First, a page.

• Rarity. Requires the purchase of coco fiber. This is not very expensive, but you may have to find a local store that stocks it.

Hydroponics

The common nickname for cannabis — “weed” — comes from its ability to grow almost anywhere, under varying conditions, and in different climates. “Hydroponic cannabis” simply refers to plants grown using a nutrient-water solution and an inert growing medium rather than nutrient-rich soil. This method could be something as basic as hand-watering pots of inert medium with a nutrient solution. Sophisticated systems with multiple pumps, timers, and reservoirs can take some of the daily labor out of growing, but they require more maintenance and setup time as well as a greater initial investment.

If you view roots grown in hydroponics versus those grown in plain soil, you will see an immediate difference. While roots grown in soil have a big tap root, the roots grown in hydroponics will have no major tap root, but will consist of a huge bunch of small, clean white hairs.
Advantages:
  • Large Yield. Much bigger yields than the previous methods.
  • Purity. Cleaner because no soil is used.
Disadvantages:
  • Expense. Costs a lot more because it requires troughs, pumps, and reservoirs to hold the water/fertilizer mixture.
  • Laborious. Requires a lot more labor. You will need to monitor pH and nutrient levels to make sure they stay within proper limits.
  • Spatial constraints. It takes more equipment and, therefore, it may take more room.

Aeroponics

Aeroponics is a method of growing cannabis plants that uses no medium for the roots. It’s a style of hydroponic gardening where the roots are suspended in the air as the nutrients and water are delivered via a system that continually mists the roots. This grow method was first discovered as a way to study plants’ root systems in the first half of the 20th century. Initially there was no thought to utilizing aeroponics beyond root-based research, but this changed over the years and aeroponics has since become a respectable and beneficial way to cultivate plants.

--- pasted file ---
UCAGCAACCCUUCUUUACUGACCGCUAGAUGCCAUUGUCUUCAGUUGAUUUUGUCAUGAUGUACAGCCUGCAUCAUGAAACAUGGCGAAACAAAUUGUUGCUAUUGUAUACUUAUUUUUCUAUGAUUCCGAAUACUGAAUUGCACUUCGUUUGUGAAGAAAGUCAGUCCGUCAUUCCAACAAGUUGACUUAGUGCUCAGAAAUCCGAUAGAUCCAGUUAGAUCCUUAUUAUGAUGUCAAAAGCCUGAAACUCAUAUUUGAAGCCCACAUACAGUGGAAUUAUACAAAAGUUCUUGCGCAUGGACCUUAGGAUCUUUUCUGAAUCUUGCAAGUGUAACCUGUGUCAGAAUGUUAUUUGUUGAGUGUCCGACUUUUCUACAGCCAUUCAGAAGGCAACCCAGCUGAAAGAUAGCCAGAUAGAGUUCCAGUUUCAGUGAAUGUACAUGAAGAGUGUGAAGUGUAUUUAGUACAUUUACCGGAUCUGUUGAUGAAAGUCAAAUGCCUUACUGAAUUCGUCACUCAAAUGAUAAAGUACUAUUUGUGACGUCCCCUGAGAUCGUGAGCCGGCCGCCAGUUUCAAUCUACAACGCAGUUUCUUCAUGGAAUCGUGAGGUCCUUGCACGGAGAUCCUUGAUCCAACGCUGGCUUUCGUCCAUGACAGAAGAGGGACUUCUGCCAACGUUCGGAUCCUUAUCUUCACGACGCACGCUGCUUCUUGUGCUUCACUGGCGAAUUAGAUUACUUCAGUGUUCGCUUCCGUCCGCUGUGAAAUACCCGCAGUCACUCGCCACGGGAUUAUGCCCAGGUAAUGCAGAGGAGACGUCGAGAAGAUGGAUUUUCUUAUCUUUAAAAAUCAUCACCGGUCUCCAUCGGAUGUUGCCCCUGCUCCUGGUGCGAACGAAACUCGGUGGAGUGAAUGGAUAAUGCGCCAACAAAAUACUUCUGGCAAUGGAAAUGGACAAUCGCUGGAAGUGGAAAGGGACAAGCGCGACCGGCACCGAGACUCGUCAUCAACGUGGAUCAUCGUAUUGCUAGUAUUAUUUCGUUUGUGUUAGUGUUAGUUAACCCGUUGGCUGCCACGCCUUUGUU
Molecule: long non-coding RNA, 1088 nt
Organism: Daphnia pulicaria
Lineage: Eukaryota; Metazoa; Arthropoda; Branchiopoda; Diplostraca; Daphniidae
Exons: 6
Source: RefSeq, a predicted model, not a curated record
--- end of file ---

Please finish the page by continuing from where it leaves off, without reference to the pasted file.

Advantages:
  • Speed & Yield. Fastest growth and biggest yields of all. Results can be spectacular.
Disadvantages:
  • Expensive. Costs more than growing in soil because it requires equipment similar to that used in hydroponics.
  • Laborious. Requires more labor. In order to get good results, it must be monitored on a daily basis.
  • Requires Expertise. You must keep the nutrients and pH in a specific range for optimum results. If the measures of nutrients and pH in your water gets out of limits, you can have really bad results in a big hurry.

Aquaponics

Aquaponics is a growing technique that takes two efficient systems and combines them to work symbiotically with each other: Aquaculture is the process of farming fish (such as tilapia, koi, or bluegill) or shellfish, while hydroponics is a method of growing plants without soil. When the two are combined, you can create a nearly closed loop system that produces both plants and fish for consumption.
The key component to a thriving aquaponics system is the beneficial bacteria responsible for converting fish waste, decaying plant matter, and uneaten food into ammonia and other compounds that are consumed by the plants. This naturally occurring, nitrifying bacteria, inhabit every and all surfaces of your aquaponics system, especially the grow medium in the hydroponics system.

Fluorescent

For the many growers who are unable to cultivate cannabis outside in the free abundant sunshine, grow lights are necessary to successfully grow cannabis indoors. Grow lights take the place of the sun, and power the growth of your plants and their buds. Light is like “food” for your plants, so without a lot of bright light, even a healthy cannabis plant won’t produce much bud at all.